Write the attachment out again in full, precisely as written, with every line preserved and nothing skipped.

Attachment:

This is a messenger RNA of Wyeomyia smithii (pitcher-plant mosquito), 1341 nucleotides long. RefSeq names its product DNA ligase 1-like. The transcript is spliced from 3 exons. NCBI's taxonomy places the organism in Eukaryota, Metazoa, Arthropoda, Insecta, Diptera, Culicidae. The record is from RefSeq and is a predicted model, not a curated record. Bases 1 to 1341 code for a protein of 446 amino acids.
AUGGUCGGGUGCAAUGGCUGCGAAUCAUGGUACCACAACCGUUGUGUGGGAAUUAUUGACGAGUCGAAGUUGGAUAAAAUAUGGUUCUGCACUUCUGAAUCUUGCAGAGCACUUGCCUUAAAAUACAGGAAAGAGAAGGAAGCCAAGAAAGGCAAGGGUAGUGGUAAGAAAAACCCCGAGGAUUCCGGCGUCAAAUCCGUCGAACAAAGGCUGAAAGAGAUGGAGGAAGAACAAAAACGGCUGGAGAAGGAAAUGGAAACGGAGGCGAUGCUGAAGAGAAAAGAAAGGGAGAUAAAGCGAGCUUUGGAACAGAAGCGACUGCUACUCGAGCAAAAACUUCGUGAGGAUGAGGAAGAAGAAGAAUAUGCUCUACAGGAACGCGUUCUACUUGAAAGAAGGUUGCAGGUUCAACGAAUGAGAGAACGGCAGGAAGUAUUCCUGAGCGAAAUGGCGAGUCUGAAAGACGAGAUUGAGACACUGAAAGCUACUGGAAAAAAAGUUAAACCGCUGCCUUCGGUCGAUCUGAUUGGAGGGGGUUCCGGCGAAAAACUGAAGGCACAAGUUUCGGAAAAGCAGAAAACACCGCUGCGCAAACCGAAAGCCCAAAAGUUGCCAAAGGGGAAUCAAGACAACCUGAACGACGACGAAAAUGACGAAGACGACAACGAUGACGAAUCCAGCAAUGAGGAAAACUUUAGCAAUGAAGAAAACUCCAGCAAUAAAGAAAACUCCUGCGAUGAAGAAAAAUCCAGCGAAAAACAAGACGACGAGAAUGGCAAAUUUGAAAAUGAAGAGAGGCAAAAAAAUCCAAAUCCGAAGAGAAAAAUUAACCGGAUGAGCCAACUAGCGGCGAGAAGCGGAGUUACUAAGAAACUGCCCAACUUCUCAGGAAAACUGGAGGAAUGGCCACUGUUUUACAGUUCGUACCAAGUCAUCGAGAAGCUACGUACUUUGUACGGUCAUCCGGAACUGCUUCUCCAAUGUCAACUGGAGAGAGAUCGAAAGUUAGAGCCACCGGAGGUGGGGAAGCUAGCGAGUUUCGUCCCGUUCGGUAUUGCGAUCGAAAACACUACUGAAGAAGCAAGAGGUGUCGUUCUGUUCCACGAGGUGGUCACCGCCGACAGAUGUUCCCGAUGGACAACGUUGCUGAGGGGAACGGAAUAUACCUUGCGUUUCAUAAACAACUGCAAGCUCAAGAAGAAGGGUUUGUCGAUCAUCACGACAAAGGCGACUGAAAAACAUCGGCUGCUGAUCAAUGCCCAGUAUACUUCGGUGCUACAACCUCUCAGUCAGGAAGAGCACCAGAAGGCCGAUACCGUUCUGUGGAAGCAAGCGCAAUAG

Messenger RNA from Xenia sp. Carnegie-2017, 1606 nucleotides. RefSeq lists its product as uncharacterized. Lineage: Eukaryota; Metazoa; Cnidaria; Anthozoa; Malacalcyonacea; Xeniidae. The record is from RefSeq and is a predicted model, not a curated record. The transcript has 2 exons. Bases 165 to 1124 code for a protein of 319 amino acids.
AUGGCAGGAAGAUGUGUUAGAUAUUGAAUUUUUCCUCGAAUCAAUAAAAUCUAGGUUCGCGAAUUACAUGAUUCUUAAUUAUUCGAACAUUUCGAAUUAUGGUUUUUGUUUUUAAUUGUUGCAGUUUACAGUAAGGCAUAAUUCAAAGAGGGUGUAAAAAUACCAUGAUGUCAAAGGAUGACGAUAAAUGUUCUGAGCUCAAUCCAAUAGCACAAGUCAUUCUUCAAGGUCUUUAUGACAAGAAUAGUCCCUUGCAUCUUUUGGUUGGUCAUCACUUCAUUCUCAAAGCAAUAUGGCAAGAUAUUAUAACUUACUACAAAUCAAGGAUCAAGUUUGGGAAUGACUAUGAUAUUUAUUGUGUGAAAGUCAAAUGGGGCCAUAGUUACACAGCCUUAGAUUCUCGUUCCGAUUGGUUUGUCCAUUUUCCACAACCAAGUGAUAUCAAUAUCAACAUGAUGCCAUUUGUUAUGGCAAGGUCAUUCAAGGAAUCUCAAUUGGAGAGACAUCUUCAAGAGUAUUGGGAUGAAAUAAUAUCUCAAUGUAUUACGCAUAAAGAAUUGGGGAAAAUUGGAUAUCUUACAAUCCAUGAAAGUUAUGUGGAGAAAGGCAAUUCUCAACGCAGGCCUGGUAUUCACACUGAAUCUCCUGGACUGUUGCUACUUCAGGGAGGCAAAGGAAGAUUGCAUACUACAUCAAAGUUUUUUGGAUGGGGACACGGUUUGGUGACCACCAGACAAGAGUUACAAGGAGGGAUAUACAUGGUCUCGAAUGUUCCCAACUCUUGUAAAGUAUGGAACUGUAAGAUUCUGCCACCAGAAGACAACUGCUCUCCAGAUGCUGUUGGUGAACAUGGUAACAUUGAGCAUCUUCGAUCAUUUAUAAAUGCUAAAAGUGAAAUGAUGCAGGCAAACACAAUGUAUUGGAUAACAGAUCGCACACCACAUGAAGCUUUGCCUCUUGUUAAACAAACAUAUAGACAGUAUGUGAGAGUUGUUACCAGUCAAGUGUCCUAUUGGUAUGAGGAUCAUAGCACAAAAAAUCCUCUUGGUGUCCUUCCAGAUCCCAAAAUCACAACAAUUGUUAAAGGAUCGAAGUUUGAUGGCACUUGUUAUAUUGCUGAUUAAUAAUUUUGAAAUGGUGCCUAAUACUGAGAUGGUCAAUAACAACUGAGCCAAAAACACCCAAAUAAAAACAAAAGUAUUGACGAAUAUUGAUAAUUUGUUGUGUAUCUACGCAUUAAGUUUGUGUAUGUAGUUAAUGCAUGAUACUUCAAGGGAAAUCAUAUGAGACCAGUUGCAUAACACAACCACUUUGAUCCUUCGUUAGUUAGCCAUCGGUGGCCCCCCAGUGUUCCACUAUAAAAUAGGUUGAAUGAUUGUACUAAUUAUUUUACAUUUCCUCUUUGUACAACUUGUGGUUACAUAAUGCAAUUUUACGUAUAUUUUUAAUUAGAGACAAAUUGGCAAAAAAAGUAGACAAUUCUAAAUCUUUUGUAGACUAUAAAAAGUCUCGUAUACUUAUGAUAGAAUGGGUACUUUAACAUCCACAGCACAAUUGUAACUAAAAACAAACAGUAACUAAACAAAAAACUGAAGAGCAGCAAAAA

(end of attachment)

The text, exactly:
This is a messenger RNA of Wyeomyia smithii (pitcher-plant mosquito), 1341 nucleotides long. RefSeq names its product DNA ligase 1-like. The transcript is spliced from 3 exons. NCBI's taxonomy places the organism in Eukaryota, Metazoa, Arthropoda, Insecta, Diptera, Culicidae. The record is from RefSeq and is a predicted model, not a curated record. Bases 1 to 1341 code for a protein of 446 amino acids.
AUGGUCGGGUGCAAUGGCUGCGAAUCAUGGUACCACAACCGUUGUGUGGGAAUUAUUGACGAGUCGAAGUUGGAUAAAAUAUGGUUCUGCACUUCUGAAUCUUGCAGAGCACUUGCCUUAAAAUACAGGAAAGAGAAGGAAGCCAAGAAAGGCAAGGGUAGUGGUAAGAAAAACCCCGAGGAUUCCGGCGUCAAAUCCGUCGAACAAAGGCUGAAAGAGAUGGAGGAAGAACAAAAACGGCUGGAGAAGGAAAUGGAAACGGAGGCGAUGCUGAAGAGAAAAGAAAGGGAGAUAAAGCGAGCUUUGGAACAGAAGCGACUGCUACUCGAGCAAAAACUUCGUGAGGAUGAGGAAGAAGAAGAAUAUGCUCUACAGGAACGCGUUCUACUUGAAAGAAGGUUGCAGGUUCAACGAAUGAGAGAACGGCAGGAAGUAUUCCUGAGCGAAAUGGCGAGUCUGAAAGACGAGAUUGAGACACUGAAAGCUACUGGAAAAAAAGUUAAACCGCUGCCUUCGGUCGAUCUGAUUGGAGGGGGUUCCGGCGAAAAACUGAAGGCACAAGUUUCGGAAAAGCAGAAAACACCGCUGCGCAAACCGAAAGCCCAAAAGUUGCCAAAGGGGAAUCAAGACAACCUGAACGACGACGAAAAUGACGAAGACGACAACGAUGACGAAUCCAGCAAUGAGGAAAACUUUAGCAAUGAAGAAAACUCCAGCAAUAAAGAAAACUCCUGCGAUGAAGAAAAAUCCAGCGAAAAACAAGACGACGAGAAUGGCAAAUUUGAAAAUGAAGAGAGGCAAAAAAAUCCAAAUCCGAAGAGAAAAAUUAACCGGAUGAGCCAACUAGCGGCGAGAAGCGGAGUUACUAAGAAACUGCCCAACUUCUCAGGAAAACUGGAGGAAUGGCCACUGUUUUACAGUUCGUACCAAGUCAUCGAGAAGCUACGUACUUUGUACGGUCAUCCGGAACUGCUUCUCCAAUGUCAACUGGAGAGAGAUCGAAAGUUAGAGCCACCGGAGGUGGGGAAGCUAGCGAGUUUCGUCCCGUUCGGUAUUGCGAUCGAAAACACUACUGAAGAAGCAAGAGGUGUCGUUCUGUUCCACGAGGUGGUCACCGCCGACAGAUGUUCCCGAUGGACAACGUUGCUGAGGGGAACGGAAUAUACCUUGCGUUUCAUAAACAACUGCAAGCUCAAGAAGAAGGGUUUGUCGAUCAUCACGACAAAGGCGACUGAAAAACAUCGGCUGCUGAUCAAUGCCCAGUAUACUUCGGUGCUACAACCUCUCAGUCAGGAAGAGCACCAGAAGGCCGAUACCGUUCUGUGGAAGCAAGCGCAAUAG

Messenger RNA from Xenia sp. Carnegie-2017, 1606 nucleotides. RefSeq lists its product as uncharacterized. Lineage: Eukaryota; Metazoa; Cnidaria; Anthozoa; Malacalcyonacea; Xeniidae. The record is from RefSeq and is a predicted model, not a curated record. The transcript has 2 exons. Bases 165 to 1124 code for a protein of 319 amino acids.
AUGGCAGGAAGAUGUGUUAGAUAUUGAAUUUUUCCUCGAAUCAAUAAAAUCUAGGUUCGCGAAUUACAUGAUUCUUAAUUAUUCGAACAUUUCGAAUUAUGGUUUUUGUUUUUAAUUGUUGCAGUUUACAGUAAGGCAUAAUUCAAAGAGGGUGUAAAAAUACCAUGAUGUCAAAGGAUGACGAUAAAUGUUCUGAGCUCAAUCCAAUAGCACAAGUCAUUCUUCAAGGUCUUUAUGACAAGAAUAGUCCCUUGCAUCUUUUGGUUGGUCAUCACUUCAUUCUCAAAGCAAUAUGGCAAGAUAUUAUAACUUACUACAAAUCAAGGAUCAAGUUUGGGAAUGACUAUGAUAUUUAUUGUGUGAAAGUCAAAUGGGGCCAUAGUUACACAGCCUUAGAUUCUCGUUCCGAUUGGUUUGUCCAUUUUCCACAACCAAGUGAUAUCAAUAUCAACAUGAUGCCAUUUGUUAUGGCAAGGUCAUUCAAGGAAUCUCAAUUGGAGAGACAUCUUCAAGAGUAUUGGGAUGAAAUAAUAUCUCAAUGUAUUACGCAUAAAGAAUUGGGGAAAAUUGGAUAUCUUACAAUCCAUGAAAGUUAUGUGGAGAAAGGCAAUUCUCAACGCAGGCCUGGUAUUCACACUGAAUCUCCUGGACUGUUGCUACUUCAGGGAGGCAAAGGAAGAUUGCAUACUACAUCAAAGUUUUUUGGAUGGGGACACGGUUUGGUGACCACCAGACAAGAGUUACAAGGAGGGAUAUACAUGGUCUCGAAUGUUCCCAACUCUUGUAAAGUAUGGAACUGUAAGAUUCUGCCACCAGAAGACAACUGCUCUCCAGAUGCUGUUGGUGAACAUGGUAACAUUGAGCAUCUUCGAUCAUUUAUAAAUGCUAAAAGUGAAAUGAUGCAGGCAAACACAAUGUAUUGGAUAACAGAUCGCACACCACAUGAAGCUUUGCCUCUUGUUAAACAAACAUAUAGACAGUAUGUGAGAGUUGUUACCAGUCAAGUGUCCUAUUGGUAUGAGGAUCAUAGCACAAAAAAUCCUCUUGGUGUCCUUCCAGAUCCCAAAAUCACAACAAUUGUUAAAGGAUCGAAGUUUGAUGGCACUUGUUAUAUUGCUGAUUAAUAAUUUUGAAAUGGUGCCUAAUACUGAGAUGGUCAAUAACAACUGAGCCAAAAACACCCAAAUAAAAACAAAAGUAUUGACGAAUAUUGAUAAUUUGUUGUGUAUCUACGCAUUAAGUUUGUGUAUGUAGUUAAUGCAUGAUACUUCAAGGGAAAUCAUAUGAGACCAGUUGCAUAACACAACCACUUUGAUCCUUCGUUAGUUAGCCAUCGGUGGCCCCCCAGUGUUCCACUAUAAAAUAGGUUGAAUGAUUGUACUAAUUAUUUUACAUUUCCUCUUUGUACAACUUGUGGUUACAUAAUGCAAUUUUACGUAUAUUUUUAAUUAGAGACAAAUUGGCAAAAAAAGUAGACAAUUCUAAAUCUUUUGUAGACUAUAAAAAGUCUCGUAUACUUAUGAUAGAAUGGGUACUUUAACAUCCACAGCACAAUUGUAACUAAAAACAAACAGUAACUAAACAAAAAACUGAAGAGCAGCAAAAA